In Lance Armstrong’s 2000 book, It’s Not About the Bike: My Journey Back to Life, he chronicled his struggle to overcome cancer and the insights he gained along the way about the strength of the human spirit. I contemplate this as I sit on a hay bale in the livestock barn at the 2011 San Mateo County Fair, watching the 4-H kids, including my daughter, care for their steers, lambs, goats, pigs, turkeys, and chickens. Their journey is certainly not as harrowing as Lance’s, but there are many parallels among the lessons they learn along the way.
For the past seven months, I have been one of two lamb project leaders for the San Carlos-Eaton Hills 4-H club. If you had asked me three years ago if I thought I would ever be a 4-H livestock leader, I would have rolled my eyes like a teenager. My daughter is now showing her third lamb and first pig, and I know more about raising Suffolk-Hampshire show lambs than I ever thought possible including a stockpile of fascinating trivia for my next cocktail party. I have had the privilege of watching the San Carlos 4-H lamb kids progress from clueless greenhorns to confident, knowledgeable showmen in a matter of months.
The real teachers responsible for this transformation are the animals. As an adult leader my job is to provide instruction, guidance, and support, and then get out of the way. The 4-H members do things for these animals that you would be hard-pressed to observe at home. For example, kids must feed their animals and clean the barn every morning starting at 6:30 and every evening for the run of the fair. Did I mention that most of these kids are middle and high school students on summer vacation who would like nothing better than to sleep until noon? These are the same kids who drag their heels when it comes to cleaning their rooms at home, but eagerly wield brooms and shovels to clean smelly animal pens at the fair.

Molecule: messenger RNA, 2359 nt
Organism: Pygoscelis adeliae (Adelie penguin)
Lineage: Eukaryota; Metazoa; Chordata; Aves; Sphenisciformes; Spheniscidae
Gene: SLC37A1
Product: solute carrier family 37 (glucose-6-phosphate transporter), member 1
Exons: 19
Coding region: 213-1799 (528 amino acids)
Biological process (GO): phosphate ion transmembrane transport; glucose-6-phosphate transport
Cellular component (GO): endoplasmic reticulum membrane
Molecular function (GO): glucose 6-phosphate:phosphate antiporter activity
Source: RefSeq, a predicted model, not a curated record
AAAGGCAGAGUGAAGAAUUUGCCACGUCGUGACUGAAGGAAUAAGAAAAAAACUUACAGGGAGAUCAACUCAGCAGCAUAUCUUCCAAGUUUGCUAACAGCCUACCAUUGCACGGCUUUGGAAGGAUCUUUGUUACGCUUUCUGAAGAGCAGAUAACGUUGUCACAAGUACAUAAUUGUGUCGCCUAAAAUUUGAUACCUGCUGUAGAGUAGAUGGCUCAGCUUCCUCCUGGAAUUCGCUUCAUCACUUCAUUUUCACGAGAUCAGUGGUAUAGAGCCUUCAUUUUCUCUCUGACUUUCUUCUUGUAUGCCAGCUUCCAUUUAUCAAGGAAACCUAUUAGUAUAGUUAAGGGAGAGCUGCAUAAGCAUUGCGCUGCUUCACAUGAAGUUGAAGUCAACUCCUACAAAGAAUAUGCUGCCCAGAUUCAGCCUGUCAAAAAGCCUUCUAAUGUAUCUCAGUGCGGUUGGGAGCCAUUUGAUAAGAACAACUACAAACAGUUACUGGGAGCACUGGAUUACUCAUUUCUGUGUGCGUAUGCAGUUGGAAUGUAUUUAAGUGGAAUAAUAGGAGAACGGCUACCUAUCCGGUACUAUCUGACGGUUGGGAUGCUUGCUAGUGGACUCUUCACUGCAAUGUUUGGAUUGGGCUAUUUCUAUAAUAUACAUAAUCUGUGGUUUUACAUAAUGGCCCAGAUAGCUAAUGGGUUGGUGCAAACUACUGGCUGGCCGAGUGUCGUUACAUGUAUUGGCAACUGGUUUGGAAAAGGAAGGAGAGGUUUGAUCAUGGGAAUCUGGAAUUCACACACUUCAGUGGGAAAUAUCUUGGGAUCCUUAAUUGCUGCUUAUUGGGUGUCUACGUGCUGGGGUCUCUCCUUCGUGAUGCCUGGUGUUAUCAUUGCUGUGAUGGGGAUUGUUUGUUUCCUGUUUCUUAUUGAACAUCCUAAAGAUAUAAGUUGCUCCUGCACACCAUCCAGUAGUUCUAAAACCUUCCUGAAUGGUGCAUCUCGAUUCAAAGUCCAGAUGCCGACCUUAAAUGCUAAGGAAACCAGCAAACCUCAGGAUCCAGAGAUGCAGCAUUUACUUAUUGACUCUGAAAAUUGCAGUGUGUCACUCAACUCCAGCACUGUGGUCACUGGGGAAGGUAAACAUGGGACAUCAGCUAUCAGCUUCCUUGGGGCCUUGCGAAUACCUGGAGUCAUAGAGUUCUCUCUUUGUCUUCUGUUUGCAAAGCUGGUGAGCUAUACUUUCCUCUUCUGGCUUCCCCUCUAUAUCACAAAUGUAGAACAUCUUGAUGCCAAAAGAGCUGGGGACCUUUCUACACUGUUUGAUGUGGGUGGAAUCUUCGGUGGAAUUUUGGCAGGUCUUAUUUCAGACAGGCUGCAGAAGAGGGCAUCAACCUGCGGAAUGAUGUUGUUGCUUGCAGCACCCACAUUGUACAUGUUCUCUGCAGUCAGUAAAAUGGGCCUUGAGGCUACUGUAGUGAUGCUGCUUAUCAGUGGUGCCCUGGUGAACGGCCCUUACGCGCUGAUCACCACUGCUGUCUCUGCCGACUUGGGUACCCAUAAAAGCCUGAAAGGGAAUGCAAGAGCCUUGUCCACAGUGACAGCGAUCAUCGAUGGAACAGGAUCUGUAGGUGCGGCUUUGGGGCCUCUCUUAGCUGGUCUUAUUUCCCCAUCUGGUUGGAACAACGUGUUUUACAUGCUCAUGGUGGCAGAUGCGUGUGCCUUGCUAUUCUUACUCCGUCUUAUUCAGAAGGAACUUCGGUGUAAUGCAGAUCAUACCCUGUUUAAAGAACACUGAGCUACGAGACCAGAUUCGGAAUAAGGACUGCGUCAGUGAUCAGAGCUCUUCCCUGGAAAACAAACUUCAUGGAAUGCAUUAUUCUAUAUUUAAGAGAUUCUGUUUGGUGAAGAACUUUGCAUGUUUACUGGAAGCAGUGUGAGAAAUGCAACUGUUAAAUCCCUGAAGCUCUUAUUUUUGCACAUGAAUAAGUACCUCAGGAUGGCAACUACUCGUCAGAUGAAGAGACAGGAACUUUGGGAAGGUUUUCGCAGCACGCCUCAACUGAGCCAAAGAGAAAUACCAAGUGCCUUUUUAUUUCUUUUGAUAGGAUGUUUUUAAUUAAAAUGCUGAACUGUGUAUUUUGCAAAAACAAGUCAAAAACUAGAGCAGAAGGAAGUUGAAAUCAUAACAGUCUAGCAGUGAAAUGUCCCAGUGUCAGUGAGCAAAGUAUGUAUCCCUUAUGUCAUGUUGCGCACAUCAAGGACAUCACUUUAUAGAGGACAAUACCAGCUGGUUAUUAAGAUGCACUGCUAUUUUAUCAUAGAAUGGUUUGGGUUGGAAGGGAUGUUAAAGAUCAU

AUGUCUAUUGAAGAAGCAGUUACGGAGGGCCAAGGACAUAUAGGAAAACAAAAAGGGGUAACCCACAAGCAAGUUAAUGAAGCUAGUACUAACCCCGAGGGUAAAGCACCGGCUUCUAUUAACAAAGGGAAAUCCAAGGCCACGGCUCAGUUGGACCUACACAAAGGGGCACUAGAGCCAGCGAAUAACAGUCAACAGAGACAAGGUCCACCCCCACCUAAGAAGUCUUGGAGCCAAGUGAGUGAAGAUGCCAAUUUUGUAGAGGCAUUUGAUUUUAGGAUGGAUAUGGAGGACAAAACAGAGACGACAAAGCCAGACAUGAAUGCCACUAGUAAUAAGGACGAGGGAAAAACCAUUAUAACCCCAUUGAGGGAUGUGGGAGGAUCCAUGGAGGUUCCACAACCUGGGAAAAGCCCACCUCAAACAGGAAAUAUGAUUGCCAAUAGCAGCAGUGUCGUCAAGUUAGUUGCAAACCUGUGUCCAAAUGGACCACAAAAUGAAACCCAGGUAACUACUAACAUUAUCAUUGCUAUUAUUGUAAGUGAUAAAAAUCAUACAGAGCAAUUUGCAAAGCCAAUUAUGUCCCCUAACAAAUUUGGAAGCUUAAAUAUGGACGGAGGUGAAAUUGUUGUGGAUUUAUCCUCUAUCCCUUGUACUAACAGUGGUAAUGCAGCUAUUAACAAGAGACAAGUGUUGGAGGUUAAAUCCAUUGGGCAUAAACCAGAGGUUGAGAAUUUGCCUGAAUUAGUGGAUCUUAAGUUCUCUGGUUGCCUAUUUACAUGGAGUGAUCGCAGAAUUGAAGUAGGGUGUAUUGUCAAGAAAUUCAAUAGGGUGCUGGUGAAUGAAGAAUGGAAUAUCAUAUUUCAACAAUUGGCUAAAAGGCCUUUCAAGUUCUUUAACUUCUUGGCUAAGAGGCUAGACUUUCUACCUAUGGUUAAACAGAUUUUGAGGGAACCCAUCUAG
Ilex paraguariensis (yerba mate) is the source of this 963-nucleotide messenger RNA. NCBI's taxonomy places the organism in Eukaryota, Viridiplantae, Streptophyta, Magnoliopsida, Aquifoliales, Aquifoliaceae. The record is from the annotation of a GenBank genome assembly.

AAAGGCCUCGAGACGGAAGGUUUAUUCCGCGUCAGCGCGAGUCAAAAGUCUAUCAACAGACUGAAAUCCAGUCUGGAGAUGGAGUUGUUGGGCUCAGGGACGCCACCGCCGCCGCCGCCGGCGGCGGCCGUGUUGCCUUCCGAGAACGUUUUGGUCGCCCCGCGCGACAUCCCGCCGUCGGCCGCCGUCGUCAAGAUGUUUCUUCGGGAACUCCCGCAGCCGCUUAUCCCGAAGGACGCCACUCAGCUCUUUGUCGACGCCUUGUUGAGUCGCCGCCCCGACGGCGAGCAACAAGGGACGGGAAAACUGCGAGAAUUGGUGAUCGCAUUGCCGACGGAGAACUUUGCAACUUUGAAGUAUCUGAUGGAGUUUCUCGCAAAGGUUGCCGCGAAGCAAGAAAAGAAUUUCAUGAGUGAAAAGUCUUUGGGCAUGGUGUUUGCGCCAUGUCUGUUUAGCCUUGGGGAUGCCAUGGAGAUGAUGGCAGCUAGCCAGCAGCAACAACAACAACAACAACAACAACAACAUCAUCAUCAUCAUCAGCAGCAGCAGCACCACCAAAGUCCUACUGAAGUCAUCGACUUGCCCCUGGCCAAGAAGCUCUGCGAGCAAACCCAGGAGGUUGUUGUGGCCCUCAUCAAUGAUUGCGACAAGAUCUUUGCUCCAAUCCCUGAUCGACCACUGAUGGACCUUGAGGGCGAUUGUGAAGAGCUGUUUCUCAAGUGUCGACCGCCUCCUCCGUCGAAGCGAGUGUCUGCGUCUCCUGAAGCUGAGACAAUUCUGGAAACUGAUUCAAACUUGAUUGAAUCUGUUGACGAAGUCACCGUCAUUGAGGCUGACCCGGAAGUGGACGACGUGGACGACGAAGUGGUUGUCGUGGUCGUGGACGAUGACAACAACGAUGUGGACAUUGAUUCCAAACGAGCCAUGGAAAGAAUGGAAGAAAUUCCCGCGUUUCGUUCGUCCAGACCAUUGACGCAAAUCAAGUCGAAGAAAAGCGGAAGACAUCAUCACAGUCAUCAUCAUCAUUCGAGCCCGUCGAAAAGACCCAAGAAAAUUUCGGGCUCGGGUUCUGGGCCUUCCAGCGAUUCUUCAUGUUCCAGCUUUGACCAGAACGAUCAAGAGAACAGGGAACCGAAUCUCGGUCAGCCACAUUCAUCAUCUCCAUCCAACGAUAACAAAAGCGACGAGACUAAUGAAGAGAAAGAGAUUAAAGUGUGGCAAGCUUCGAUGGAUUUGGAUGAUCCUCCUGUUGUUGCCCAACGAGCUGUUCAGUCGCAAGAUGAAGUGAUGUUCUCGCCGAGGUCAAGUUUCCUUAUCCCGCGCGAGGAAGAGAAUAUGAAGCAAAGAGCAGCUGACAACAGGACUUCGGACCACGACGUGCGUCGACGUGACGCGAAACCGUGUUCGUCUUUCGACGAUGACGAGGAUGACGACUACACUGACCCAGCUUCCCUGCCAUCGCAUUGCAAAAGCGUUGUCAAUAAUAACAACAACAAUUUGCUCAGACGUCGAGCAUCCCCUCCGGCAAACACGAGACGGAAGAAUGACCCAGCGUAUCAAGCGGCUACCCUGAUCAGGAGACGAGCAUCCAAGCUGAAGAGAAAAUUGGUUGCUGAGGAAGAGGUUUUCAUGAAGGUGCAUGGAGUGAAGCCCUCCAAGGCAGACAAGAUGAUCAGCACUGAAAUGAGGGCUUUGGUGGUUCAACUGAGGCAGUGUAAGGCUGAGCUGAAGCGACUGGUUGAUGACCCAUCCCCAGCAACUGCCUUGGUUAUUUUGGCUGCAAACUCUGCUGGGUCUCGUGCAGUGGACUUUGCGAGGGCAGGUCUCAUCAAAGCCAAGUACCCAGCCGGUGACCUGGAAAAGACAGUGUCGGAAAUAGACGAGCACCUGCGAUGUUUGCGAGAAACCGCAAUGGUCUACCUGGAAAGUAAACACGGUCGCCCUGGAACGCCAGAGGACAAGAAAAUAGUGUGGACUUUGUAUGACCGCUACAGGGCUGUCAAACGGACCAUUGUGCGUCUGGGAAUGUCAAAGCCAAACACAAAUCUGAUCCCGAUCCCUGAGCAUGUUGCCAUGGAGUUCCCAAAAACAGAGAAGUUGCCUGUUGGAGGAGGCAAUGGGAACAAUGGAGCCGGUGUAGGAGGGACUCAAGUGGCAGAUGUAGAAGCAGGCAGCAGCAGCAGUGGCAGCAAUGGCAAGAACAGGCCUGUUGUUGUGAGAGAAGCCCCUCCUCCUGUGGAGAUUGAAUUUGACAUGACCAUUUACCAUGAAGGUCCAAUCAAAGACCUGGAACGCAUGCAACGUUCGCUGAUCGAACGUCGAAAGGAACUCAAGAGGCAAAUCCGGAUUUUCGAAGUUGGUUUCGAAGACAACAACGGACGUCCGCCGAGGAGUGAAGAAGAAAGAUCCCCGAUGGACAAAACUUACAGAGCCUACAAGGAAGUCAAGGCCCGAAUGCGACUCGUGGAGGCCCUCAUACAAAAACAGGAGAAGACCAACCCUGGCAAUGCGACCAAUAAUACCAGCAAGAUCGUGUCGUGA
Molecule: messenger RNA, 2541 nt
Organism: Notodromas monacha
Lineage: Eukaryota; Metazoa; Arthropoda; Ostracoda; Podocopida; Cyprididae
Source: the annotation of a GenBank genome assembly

I have eyewitness accounts of 4-H kids willingly helping each other with lamb shearing, showmanship tips, grooming advice, and barn duty, in spite of the fact that they are all competing against each other in the show ring. Unlike the family dog, these animals are not pets and did not get the memo about optimal behavior in the show ring. Some of them are notoriously stubborn (just about all the pigs), and all the kids had to conjure up large doses of persistence, patience, and dedication when raising these animals.
Nothing warms my heart more than watching a kid take responsibility for the welfare of his or her lamb without adult intervention. 4-H wholeheartedly endorses the “learning by doing” method and kids were forced to learn how to treat hoof rot, scours, loss of appetite, and even rectal prolapse on the fly. They learned how to handle endless challenges such as lambs that wouldn’t brace or set up in the show ring, lambs that wouldn’t lead, or ones that jumped when touched. Their confidence increased with each obstacle they surmounted. The transformation was complete when they donned the traditional 4-H “whites” (uniform of white pants and shirt, green scarf, and hat) and stood tall and proud in the show ring.
My hope is that the lessons stay with them long after the animals are gone. I’m willing to bet a grand champion belt buckle that they will.
The San Mateo County fair runs through Sunday, June 19th.